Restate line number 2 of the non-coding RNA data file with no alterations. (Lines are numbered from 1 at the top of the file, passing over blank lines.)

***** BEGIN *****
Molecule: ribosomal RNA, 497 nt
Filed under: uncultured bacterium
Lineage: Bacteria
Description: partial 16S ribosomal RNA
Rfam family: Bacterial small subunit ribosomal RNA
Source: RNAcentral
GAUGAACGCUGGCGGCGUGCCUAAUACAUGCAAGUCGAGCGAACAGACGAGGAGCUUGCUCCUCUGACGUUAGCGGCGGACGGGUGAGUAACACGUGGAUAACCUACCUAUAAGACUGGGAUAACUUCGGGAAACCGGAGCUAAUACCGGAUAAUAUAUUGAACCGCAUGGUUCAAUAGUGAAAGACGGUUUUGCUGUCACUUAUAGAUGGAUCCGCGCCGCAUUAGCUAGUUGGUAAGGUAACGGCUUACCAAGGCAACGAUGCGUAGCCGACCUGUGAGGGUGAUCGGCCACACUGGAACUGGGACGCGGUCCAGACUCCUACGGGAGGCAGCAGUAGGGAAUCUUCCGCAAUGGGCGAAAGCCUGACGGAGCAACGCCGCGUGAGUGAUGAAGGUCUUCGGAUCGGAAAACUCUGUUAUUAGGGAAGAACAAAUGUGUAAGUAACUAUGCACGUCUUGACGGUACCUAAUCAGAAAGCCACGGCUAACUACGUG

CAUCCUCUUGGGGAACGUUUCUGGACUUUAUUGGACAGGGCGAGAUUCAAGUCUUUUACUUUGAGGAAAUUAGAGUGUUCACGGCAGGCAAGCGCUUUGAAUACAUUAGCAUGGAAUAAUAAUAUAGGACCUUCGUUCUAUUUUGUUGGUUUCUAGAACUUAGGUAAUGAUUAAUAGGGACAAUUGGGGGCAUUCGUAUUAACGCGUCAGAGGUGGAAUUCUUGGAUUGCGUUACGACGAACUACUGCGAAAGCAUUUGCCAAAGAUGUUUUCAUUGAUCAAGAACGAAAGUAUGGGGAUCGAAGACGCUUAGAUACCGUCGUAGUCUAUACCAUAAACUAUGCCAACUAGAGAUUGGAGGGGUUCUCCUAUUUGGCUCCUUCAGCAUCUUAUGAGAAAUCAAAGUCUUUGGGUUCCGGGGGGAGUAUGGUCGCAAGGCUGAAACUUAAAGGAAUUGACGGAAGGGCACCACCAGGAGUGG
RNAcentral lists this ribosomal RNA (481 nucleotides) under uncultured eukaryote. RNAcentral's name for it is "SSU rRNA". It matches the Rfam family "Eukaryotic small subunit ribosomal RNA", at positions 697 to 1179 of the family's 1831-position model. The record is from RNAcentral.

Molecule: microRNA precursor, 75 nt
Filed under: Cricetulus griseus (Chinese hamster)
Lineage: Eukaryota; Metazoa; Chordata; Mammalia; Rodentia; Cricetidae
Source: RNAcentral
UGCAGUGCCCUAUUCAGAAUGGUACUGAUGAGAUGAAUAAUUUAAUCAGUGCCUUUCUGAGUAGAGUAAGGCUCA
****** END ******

Filed under: uncultured bacterium